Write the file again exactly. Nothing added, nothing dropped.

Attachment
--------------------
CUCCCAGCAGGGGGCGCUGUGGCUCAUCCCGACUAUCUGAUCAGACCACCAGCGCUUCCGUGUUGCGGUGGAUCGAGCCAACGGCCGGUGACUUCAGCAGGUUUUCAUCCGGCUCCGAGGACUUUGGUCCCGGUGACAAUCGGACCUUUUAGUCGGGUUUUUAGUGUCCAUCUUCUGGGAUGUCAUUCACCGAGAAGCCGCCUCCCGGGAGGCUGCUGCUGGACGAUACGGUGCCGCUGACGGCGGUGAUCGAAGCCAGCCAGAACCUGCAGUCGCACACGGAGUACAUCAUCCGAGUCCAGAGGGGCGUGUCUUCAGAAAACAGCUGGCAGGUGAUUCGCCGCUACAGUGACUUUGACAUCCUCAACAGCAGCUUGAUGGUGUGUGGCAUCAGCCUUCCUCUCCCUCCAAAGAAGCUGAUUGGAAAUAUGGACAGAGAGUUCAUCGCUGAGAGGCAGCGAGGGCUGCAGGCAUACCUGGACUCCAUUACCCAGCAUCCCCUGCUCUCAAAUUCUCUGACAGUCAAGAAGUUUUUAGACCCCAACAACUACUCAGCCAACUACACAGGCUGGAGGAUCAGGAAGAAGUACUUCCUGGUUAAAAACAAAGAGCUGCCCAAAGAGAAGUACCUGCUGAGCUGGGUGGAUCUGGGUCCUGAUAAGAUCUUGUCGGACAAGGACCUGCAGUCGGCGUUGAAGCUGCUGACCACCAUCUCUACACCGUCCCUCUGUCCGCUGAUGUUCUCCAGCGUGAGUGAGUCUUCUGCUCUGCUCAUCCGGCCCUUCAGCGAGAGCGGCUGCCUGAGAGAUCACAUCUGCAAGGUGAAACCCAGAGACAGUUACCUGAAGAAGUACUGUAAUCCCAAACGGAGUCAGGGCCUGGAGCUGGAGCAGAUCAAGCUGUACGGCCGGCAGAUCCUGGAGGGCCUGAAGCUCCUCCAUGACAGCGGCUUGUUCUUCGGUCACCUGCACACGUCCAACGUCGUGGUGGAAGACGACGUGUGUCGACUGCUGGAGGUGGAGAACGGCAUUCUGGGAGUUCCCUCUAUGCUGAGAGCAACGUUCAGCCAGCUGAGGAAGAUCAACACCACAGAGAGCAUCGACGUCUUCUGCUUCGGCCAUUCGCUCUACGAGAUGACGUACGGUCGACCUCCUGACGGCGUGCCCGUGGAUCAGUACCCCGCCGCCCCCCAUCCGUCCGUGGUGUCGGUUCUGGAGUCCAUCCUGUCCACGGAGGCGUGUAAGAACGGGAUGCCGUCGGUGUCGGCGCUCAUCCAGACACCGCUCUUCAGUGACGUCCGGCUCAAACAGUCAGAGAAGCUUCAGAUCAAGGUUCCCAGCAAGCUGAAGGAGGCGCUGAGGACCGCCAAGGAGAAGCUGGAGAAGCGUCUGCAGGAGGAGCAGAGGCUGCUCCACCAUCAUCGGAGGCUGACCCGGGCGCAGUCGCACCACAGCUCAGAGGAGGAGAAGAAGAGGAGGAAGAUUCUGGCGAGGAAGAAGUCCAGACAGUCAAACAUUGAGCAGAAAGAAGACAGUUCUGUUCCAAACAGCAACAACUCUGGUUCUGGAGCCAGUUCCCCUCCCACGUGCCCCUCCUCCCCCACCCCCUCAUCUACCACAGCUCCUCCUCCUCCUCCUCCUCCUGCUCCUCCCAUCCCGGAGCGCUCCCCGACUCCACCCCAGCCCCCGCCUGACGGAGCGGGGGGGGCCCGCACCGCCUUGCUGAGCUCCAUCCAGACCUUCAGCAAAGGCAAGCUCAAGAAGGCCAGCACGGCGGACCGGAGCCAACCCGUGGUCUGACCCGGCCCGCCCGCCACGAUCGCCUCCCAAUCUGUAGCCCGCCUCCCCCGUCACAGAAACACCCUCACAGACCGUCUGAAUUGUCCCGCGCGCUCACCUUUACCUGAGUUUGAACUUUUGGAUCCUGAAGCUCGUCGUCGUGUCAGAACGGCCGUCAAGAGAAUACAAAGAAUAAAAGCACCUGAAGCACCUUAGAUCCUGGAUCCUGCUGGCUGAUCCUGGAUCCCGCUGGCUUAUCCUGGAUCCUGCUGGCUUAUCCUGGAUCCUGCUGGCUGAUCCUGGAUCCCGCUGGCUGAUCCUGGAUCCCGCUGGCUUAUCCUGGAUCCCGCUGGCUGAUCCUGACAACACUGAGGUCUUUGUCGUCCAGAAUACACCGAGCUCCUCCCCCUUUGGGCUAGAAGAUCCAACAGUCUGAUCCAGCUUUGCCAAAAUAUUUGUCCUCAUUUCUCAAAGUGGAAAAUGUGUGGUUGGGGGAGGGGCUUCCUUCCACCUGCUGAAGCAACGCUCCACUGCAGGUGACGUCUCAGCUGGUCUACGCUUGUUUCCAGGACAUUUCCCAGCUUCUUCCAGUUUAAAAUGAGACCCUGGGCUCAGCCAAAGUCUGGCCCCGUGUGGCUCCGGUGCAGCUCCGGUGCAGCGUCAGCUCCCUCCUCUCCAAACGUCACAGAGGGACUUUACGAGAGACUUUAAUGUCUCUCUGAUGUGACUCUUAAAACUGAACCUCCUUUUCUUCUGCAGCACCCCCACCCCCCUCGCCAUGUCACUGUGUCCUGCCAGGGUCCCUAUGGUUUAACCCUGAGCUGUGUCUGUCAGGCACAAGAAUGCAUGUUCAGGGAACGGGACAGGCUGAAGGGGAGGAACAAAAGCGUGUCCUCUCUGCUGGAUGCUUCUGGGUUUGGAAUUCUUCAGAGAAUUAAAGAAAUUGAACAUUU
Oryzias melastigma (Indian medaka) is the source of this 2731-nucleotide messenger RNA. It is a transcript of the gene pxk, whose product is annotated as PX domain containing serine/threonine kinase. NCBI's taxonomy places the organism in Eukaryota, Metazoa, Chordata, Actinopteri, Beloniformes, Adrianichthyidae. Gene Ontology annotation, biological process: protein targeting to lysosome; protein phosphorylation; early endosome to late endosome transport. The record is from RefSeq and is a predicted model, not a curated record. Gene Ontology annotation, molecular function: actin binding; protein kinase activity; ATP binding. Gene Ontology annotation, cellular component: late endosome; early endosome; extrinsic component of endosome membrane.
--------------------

CUCCCAGCAGGGGGCGCUGUGGCUCAUCCCGACUAUCUGAUCAGACCACCAGCGCUUCCGUGUUGCGGUGGAUCGAGCCAACGGCCGGUGACUUCAGCAGGUUUUCAUCCGGCUCCGAGGACUUUGGUCCCGGUGACAAUCGGACCUUUUAGUCGGGUUUUUAGUGUCCAUCUUCUGGGAUGUCAUUCACCGAGAAGCCGCCUCCCGGGAGGCUGCUGCUGGACGAUACGGUGCCGCUGACGGCGGUGAUCGAAGCCAGCCAGAACCUGCAGUCGCACACGGAGUACAUCAUCCGAGUCCAGAGGGGCGUGUCUUCAGAAAACAGCUGGCAGGUGAUUCGCCGCUACAGUGACUUUGACAUCCUCAACAGCAGCUUGAUGGUGUGUGGCAUCAGCCUUCCUCUCCCUCCAAAGAAGCUGAUUGGAAAUAUGGACAGAGAGUUCAUCGCUGAGAGGCAGCGAGGGCUGCAGGCAUACCUGGACUCCAUUACCCAGCAUCCCCUGCUCUCAAAUUCUCUGACAGUCAAGAAGUUUUUAGACCCCAACAACUACUCAGCCAACUACACAGGCUGGAGGAUCAGGAAGAAGUACUUCCUGGUUAAAAACAAAGAGCUGCCCAAAGAGAAGUACCUGCUGAGCUGGGUGGAUCUGGGUCCUGAUAAGAUCUUGUCGGACAAGGACCUGCAGUCGGCGUUGAAGCUGCUGACCACCAUCUCUACACCGUCCCUCUGUCCGCUGAUGUUCUCCAGCGUGAGUGAGUCUUCUGCUCUGCUCAUCCGGCCCUUCAGCGAGAGCGGCUGCCUGAGAGAUCACAUCUGCAAGGUGAAACCCAGAGACAGUUACCUGAAGAAGUACUGUAAUCCCAAACGGAGUCAGGGCCUGGAGCUGGAGCAGAUCAAGCUGUACGGCCGGCAGAUCCUGGAGGGCCUGAAGCUCCUCCAUGACAGCGGCUUGUUCUUCGGUCACCUGCACACGUCCAACGUCGUGGUGGAAGACGACGUGUGUCGACUGCUGGAGGUGGAGAACGGCAUUCUGGGAGUUCCCUCUAUGCUGAGAGCAACGUUCAGCCAGCUGAGGAAGAUCAACACCACAGAGAGCAUCGACGUCUUCUGCUUCGGCCAUUCGCUCUACGAGAUGACGUACGGUCGACCUCCUGACGGCGUGCCCGUGGAUCAGUACCCCGCCGCCCCCCAUCCGUCCGUGGUGUCGGUUCUGGAGUCCAUCCUGUCCACGGAGGCGUGUAAGAACGGGAUGCCGUCGGUGUCGGCGCUCAUCCAGACACCGCUCUUCAGUGACGUCCGGCUCAAACAGUCAGAGAAGCUUCAGAUCAAGGUUCCCAGCAAGCUGAAGGAGGCGCUGAGGACCGCCAAGGAGAAGCUGGAGAAGCGUCUGCAGGAGGAGCAGAGGCUGCUCCACCAUCAUCGGAGGCUGACCCGGGCGCAGUCGCACCACAGCUCAGAGGAGGAGAAGAAGAGGAGGAAGAUUCUGGCGAGGAAGAAGUCCAGACAGUCAAACAUUGAGCAGAAAGAAGACAGUUCUGUUCCAAACAGCAACAACUCUGGUUCUGGAGCCAGUUCCCCUCCCACGUGCCCCUCCUCCCCCACCCCCUCAUCUACCACAGCUCCUCCUCCUCCUCCUCCUCCUGCUCCUCCCAUCCCGGAGCGCUCCCCGACUCCACCCCAGCCCCCGCCUGACGGAGCGGGGGGGGCCCGCACCGCCUUGCUGAGCUCCAUCCAGACCUUCAGCAAAGGCAAGCUCAAGAAGGCCAGCACGGCGGACCGGAGCCAACCCGUGGUCUGACCCGGCCCGCCCGCCACGAUCGCCUCCCAAUCUGUAGCCCGCCUCCCCCGUCACAGAAACACCCUCACAGACCGUCUGAAUUGUCCCGCGCGCUCACCUUUACCUGAGUUUGAACUUUUGGAUCCUGAAGCUCGUCGUCGUGUCAGAACGGCCGUCAAGAGAAUACAAAGAAUAAAAGCACCUGAAGCACCUUAGAUCCUGGAUCCUGCUGGCUGAUCCUGGAUCCCGCUGGCUUAUCCUGGAUCCUGCUGGCUUAUCCUGGAUCCUGCUGGCUGAUCCUGGAUCCCGCUGGCUGAUCCUGGAUCCCGCUGGCUUAUCCUGGAUCCCGCUGGCUGAUCCUGACAACACUGAGGUCUUUGUCGUCCAGAAUACACCGAGCUCCUCCCCCUUUGGGCUAGAAGAUCCAACAGUCUGAUCCAGCUUUGCCAAAAUAUUUGUCCUCAUUUCUCAAAGUGGAAAAUGUGUGGUUGGGGGAGGGGCUUCCUUCCACCUGCUGAAGCAACGCUCCACUGCAGGUGACGUCUCAGCUGGUCUACGCUUGUUUCCAGGACAUUUCCCAGCUUCUUCCAGUUUAAAAUGAGACCCUGGGCUCAGCCAAAGUCUGGCCCCGUGUGGCUCCGGUGCAGCUCCGGUGCAGCGUCAGCUCCCUCCUCUCCAAACGUCACAGAGGGACUUUACGAGAGACUUUAAUGUCUCUCUGAUGUGACUCUUAAAACUGAACCUCCUUUUCUUCUGCAGCACCCCCACCCCCCUCGCCAUGUCACUGUGUCCUGCCAGGGUCCCUAUGGUUUAACCCUGAGCUGUGUCUGUCAGGCACAAGAAUGCAUGUUCAGGGAACGGGACAGGCUGAAGGGGAGGAACAAAAGCGUGUCCUCUCUGCUGGAUGCUUCUGGGUUUGGAAUUCUUCAGAGAAUUAAAGAAAUUGAACAUUU
Oryzias melastigma (Indian medaka) is the source of this 2731-nucleotide messenger RNA. It is a transcript of the gene pxk, whose product is annotated as PX domain containing serine/threonine kinase. NCBI's taxonomy places the organism in Eukaryota, Metazoa, Chordata, Actinopteri, Beloniformes, Adrianichthyidae. Gene Ontology annotation, biological process: protein targeting to lysosome; protein phosphorylation; early endosome to late endosome transport. The record is from RefSeq and is a predicted model, not a curated record. Gene Ontology annotation, molecular function: actin binding; protein kinase activity; ATP binding. Gene Ontology annotation, cellular component: late endosome; early endosome; extrinsic component of endosome membrane.